Virginia Lieutenant Governor candidate Sean Perryman does not want to use the position as a stepping stone or to be just another cog in the political machine. Instead, he is aiming to lead the Commonwealth by solving key issues currently facing the majority of Virginians.
“Sometimes people look at lieutenant governor as a role where if you sit quietly and don’t offend anyone then you can become governor. I have no interest in that,” Perryman said in an interview with The Virginia Star. “I am going to be very vocal on a set of policies and values that we should be championing, and let the chips fall where they may. I am not going to stifle myself or take a position to further political ambitions, I am going to do what I think is right.”
Perryman, an attorney and president of the Fairfax County NAACP branch, formally announced his Democratic bid for Lt. Gov. earlier this month, joining a seemingly ever-growing list of candidates on both sides of the aisle.
Even with the duties and responsibilities of the lieutenant governor being fairly limited, Perryman believes he would make good use of the role and its social platform.
“I look at the Lt. Gov. position as one of three statewide elected offices where it doesn’t seem like it has a lot of inherent power, but it is a platform where you can stand up for values and the policies that we need to adopt in the Commonwealth to make it better for everyone,” Perryman said.
Some of the factors that led Perryman into making his bid was the poor handling of the coronavirus pandemic at all three levels of government, George Floyd’s death and seeing some of the people he admired and looked up to pass away like former U.S. Representatives Elijah Cummings and John Lewis.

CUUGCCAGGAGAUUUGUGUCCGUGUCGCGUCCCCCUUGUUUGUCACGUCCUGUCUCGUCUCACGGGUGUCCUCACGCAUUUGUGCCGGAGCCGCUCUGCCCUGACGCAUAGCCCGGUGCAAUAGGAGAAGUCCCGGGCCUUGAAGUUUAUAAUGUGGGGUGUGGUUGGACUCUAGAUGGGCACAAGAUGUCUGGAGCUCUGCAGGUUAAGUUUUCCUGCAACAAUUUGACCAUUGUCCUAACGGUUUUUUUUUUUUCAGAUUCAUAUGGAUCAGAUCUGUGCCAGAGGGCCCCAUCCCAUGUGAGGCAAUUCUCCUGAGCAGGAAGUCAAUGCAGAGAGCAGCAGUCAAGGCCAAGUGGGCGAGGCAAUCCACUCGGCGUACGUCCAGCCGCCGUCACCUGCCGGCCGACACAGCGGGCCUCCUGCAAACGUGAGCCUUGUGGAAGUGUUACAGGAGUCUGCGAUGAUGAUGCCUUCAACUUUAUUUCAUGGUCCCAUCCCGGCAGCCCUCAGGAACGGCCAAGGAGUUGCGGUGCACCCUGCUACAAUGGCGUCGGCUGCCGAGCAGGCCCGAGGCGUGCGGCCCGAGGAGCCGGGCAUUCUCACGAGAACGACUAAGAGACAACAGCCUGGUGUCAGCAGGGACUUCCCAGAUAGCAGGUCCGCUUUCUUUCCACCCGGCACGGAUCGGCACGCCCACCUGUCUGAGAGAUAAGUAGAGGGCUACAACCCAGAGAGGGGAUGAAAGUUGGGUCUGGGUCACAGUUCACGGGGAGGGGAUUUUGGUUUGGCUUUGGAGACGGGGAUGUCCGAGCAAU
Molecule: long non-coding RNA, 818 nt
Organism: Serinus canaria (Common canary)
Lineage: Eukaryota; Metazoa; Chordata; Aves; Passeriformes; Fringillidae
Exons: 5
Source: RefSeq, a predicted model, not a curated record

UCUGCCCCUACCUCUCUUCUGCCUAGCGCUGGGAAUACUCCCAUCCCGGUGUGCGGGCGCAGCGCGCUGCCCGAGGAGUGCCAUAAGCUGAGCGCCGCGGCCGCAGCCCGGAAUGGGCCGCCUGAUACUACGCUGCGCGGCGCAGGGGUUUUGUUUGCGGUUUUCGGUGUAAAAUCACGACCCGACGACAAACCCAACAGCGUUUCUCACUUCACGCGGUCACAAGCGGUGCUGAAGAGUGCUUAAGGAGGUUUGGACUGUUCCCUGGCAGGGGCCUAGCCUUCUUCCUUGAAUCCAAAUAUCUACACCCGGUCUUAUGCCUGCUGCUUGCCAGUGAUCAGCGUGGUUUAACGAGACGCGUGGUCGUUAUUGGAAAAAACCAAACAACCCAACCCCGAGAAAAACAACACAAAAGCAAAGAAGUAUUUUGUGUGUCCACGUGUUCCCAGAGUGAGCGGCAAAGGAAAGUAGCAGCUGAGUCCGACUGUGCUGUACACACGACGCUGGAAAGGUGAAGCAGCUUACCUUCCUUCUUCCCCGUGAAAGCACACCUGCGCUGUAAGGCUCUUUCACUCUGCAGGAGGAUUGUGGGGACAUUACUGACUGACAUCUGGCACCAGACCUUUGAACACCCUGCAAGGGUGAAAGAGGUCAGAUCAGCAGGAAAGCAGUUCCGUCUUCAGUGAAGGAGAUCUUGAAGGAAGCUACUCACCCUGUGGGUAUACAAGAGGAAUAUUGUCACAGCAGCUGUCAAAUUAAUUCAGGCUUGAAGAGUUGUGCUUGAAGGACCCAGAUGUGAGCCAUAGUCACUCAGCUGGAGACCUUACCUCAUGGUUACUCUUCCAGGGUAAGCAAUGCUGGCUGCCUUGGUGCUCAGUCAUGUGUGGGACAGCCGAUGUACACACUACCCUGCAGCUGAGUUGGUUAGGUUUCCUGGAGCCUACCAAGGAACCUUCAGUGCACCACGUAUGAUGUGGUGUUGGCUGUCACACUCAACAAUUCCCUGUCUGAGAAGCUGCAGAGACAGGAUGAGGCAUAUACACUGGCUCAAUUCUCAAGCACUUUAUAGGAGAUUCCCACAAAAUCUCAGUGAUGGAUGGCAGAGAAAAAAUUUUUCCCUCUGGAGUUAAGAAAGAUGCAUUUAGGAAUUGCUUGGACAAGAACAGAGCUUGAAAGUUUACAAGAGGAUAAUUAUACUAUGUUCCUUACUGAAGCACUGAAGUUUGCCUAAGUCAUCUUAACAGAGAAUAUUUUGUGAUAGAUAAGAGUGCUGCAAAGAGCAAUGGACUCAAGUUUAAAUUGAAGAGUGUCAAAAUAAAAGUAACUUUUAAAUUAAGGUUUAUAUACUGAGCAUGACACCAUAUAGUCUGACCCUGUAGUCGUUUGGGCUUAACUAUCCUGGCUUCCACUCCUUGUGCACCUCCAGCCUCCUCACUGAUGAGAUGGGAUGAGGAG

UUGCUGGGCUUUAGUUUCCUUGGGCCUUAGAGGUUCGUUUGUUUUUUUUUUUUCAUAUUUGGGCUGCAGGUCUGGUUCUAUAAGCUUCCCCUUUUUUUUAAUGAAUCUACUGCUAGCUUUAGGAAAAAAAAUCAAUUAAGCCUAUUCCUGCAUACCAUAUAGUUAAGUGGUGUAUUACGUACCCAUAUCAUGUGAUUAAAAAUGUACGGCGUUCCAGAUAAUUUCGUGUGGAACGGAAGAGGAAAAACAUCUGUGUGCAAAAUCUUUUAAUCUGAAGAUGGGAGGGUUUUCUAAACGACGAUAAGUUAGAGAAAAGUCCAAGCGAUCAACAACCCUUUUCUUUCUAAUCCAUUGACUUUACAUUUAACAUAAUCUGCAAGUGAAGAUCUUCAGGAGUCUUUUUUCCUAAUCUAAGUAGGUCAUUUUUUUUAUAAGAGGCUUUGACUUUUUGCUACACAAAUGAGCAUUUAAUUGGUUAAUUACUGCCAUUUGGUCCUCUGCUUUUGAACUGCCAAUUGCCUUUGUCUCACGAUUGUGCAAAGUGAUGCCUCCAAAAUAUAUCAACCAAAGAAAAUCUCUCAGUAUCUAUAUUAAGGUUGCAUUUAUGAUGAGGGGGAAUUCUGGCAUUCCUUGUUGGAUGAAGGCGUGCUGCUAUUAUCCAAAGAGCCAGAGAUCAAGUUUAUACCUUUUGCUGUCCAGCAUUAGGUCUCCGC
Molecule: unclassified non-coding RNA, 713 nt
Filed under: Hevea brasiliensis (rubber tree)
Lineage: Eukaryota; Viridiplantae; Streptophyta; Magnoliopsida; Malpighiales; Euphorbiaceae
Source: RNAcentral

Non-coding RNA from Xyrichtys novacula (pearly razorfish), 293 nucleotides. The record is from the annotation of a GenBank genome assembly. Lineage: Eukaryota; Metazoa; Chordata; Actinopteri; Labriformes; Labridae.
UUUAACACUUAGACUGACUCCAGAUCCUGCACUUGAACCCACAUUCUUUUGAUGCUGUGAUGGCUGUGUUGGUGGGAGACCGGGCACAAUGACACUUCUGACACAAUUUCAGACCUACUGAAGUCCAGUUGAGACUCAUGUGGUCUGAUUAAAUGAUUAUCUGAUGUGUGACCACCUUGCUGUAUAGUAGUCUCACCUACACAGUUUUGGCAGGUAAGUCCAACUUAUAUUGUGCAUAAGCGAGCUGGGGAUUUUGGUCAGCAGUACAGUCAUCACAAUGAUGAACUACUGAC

Perryman said the platform he will be running on centers around education, equity, economy and the environment.
“Some of the big ideas I have on education and equity is we need to have an infrastructure project that deals with broadband access. If you don’t have a reliable internet, you cannot be educated and you can’t work remotely,” Perryman said. “You can’t have parts of the state that just don’t have internet access anymore, it’s not sustainable during the pandemic and it won’t be sustainable after the pandemic.”
He also mentioned how economic recovery is an issue that will be especially pertinent to Virginia in 2021 and argued legalizing cannabis can not only help solve issues with the economy, but also issues involving equity in the criminal justice system.
Currently working on technology policy at the Internet Association, Perryman is adamant the he is not your typical political candidate.
“I don’t want to do politics as usual, I’m excited to run for certain values that I [believe in] and run for the people on the ground,” Perryman told The Star. “I want to be the person who can unite folks and fight for certain issues when there needs to be a strong advocate for them.
“I am advocating for values and policies that I think will serve as many Virginians as possible and I’m not ashamed of that.”
Despite never holding or being elected to political office, Perryman said he is not concerned that other candidates have served as lawmakers or have more experience working in state-level politics.
Joining Perryman as candidates in the Democratic primary are Del. Hala Ayala (D-Prince William), Del. Elizabeth Guzman (D-Prince William), Del. Sam Rasoul (D-Roanoke), former Democratic Party of Virginia Chairman Paul Goldman and lobbyist Xavier Warren.
According to previous reporting from The Star, Prince William County School Board Chair Babur Lateef and Norfolk City Council member Andria McClellan are seriously considering bids.
Republican candidates include: Del. Glenn Davis (R-Virginia Beach), former Del. Tim Hugo, lobbyist Puneet Ahluwalia and veteran Lance Allen (R).
Additionally, Loudoun County Sheriff Mike Chapman is rumored to be considering the race.
“I would describe myself as a leader who puts themselves out there as someone who is honest, probably to a fault, and also willing to go to the map on the issues that are important to people,” Perryman said. “More than anything, I would say my leadership style is I’m someone who is going to take responsibility and be an honest broker with the public.”
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Jacob Taylor is a reporter at The Virginia Star and the Star News Digital Network. Follow Jacob on Twitter. Email tips to [email protected]
Photo “Sean Perryman” by Sean Perryman. Photo “Virginia State Capitol” by Ron Cogswell. CC BY 2.0.